Shirley’s Industrial School for Boys

 
The Shirley Industrial School for Boys was a part of this town from 1909 – 1972 and was the topic of the Shirley Historical Society meeting on Friday, May 11, 2001.  Ray Farrar who worked at the school and Joe Landry whose father worked there attended the meeting and were video taped sharing their stories.  Other former workers and State School “boys” have contacted the Museum and we have added their memories to our files.

In 1908, the Shirley Shaker Community had only three Shaker sisters, 900 acres of land and twenty-six buildings.  The Shaker Central Ministry decided to close the community, sell the property, and have the sisters move to the Harvard Shaker Village.  The state of Massachusetts bought the Shaker property for an Industrial School for Boys, what we now call a reform school.  This Industrial School was to take boys ages 15 – 17 and give them a house mother and a house father, give them academic schooling, and teach them manners and a trade.  The farmland and large old Shaker buildings were well suited to these purposes and were promptly fitted out with modern conveniences.

The Historical Society does not have any of the private records of the School. Those would be kept someplace at the State level. We do have names from the census records of 1910, 1920 , and 1930. When requested, we can look in those records for names of boys who lived at Shirley Industrial School.

As the boys came to live at Shirley, the teachers, craftsman, office workers, and officials also came to work here. 
Many of them lived right on the property and later bought homes in the town of Shirley.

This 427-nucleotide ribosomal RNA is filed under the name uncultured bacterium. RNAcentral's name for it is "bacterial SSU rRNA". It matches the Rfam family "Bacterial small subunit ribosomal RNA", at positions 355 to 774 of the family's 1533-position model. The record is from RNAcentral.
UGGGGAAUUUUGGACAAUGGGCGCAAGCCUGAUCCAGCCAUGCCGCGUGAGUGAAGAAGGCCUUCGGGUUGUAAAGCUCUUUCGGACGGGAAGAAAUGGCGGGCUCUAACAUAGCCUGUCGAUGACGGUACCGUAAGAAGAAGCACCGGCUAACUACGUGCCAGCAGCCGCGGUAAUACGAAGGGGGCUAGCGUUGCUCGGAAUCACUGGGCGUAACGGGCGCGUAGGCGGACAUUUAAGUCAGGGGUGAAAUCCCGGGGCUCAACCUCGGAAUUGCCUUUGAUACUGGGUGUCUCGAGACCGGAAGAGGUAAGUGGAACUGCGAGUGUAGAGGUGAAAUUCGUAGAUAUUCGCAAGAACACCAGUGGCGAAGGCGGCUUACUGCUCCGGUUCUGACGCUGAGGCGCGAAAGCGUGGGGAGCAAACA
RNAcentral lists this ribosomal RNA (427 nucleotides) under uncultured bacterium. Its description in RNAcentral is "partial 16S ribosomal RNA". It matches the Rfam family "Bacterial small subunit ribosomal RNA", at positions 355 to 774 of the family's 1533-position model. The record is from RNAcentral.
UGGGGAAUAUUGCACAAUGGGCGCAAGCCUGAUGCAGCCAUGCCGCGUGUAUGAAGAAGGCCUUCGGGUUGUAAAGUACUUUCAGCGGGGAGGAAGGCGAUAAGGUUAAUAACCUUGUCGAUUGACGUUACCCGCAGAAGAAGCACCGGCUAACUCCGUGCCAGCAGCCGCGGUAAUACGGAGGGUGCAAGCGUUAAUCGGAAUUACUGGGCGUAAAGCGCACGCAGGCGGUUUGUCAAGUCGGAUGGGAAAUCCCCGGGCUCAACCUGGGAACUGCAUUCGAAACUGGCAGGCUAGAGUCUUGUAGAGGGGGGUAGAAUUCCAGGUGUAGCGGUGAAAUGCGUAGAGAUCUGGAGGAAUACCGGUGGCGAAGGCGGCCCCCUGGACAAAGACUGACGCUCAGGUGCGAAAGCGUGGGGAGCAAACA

Following are the names we have gathered at this time. (edited October 2008)

SUPERINTENDENT

ASST. SUPERINTENDENT

SOCIAL DIRECTOR

Herbert F. Taylor

Henry Kelly

Brown

Robert T. Grey

Clarence R. Day

 

Jerome Miller

 

ATHLETIC DIRECTOR

Campbell  

 

Gerard Pedneault

 

 

 

SUPERVISOR OF TRAINING & EDUCATION

PSYCHOLOGIST

 

SENIOR BOYS SUPERVISOR

 

John  W. Hastings

 Dr. Joseph Perry

Joseph McNabb    

 

 

Fielding

 

 

 

PURCHASING AGENT

BOOKKEEPER

OFFICE MANAGER

Eddy Nodigian

Beatrice Landry

Sam Johnson

 

 

 

CARPENTRY

ELECTRICIAN

MACHINE SHOP

Bob Hippler

Ray Farrar

Don Sargent

Joe Deering

John Pelletier

 

Eli Lanteigne

Athanace Landry

 

Ed (Fred) Small

 

 

 

 

 

PAINTER

BLACKSMITH

MASONRY

John Strubel

Fred Herald

Archie Paterson

 

 

 

FORESTRY

COOKS & BAKERS

AUTO SHOP

Fred Sanderson

Bill Fisher

John Sullivan

Paul Berjivan

 

Joseph R. Lemieux

John Coleman

 

 

Bill Means

 

 

 

 

 

FARM

PRINTING

GENERAL CLASSES

Dick Trombly

Norbert Whittemore

Dan Keady

Alf Tracy

 

Bill Kerrigan

Mr. Berry

 

 

Paul Griffin

 

 

Harold Madigan

 

 

Mr. Taylor

 

 

 

 

 

DISCIPLINE

NURSE

BARBERSHOP

Mahoney

Hazel McNabb

Paul Badagleacca

Paul Dickhout

Mary Madigan

 

Mike O’Malley

 

 

Mike Taylor

 

 

Bill Dunn

 

 

 

 

 

POWER PLANT

SEWING/TAILOR

LAUNDRY

Ray Farrar

John Linch

Harold Madigan

Barrett

Guy Caziano

Vernon Griffin

Nelson Wambolt

 

 

 

 

 

SECRETARIES STENOGRAPHERS, CLERKS

PAYMASTER

CHAPLAINS

Blanche Burrows

Parsons

Rev. Fohlin

Margaret Staples

 

Father Rene Bergeron

Marie Gionet

 

 

Agnes O’Malley

DOCTOR

 

Bev Johnosn

Bill Stecher

 

Lorraine Gionet

 

 

Delores Gionet

 

 

Rosamund Johnson

HOUSE MOTHER & PARTY ORGANIZER

OTHER STAFF W/ UNKNOWN JOBS

Marion Smith

Mrs. Fieldings

John Swanson

Lillian Sullivan

 

________ O’Hare

 

 

 

VISITING MUSIC TEACHER

HOUSE PARENTS

 

John T. Finnerty

Mr and Mrs Burrows, Cottage #1, 1993

 

 

Mr and Mrs Hippler

 

Meredith Marcinkewicz, curator at the Shirley Historical Society, is trying to gather additional information on the Industrial School.  She has photos of ISB buildings and many news articles about the Industrial School.  She has a sign, a chair, and candle sticks which were made at the school. She would love to hear from other people who lived and worked there. 
She will be at the Historical Society Museum (978-425-9328) at #182 Center Road, Shirley, from 10:00 a.m. – 1:00 p.m. most Saturdays and Mondays and invites anyone with pictures or stories to share to stop by.   Or – they may write her at Shirley Historical Society, PO Box 217, Shirley, MA 01464, or email her at mail@shirleyhistory.org  

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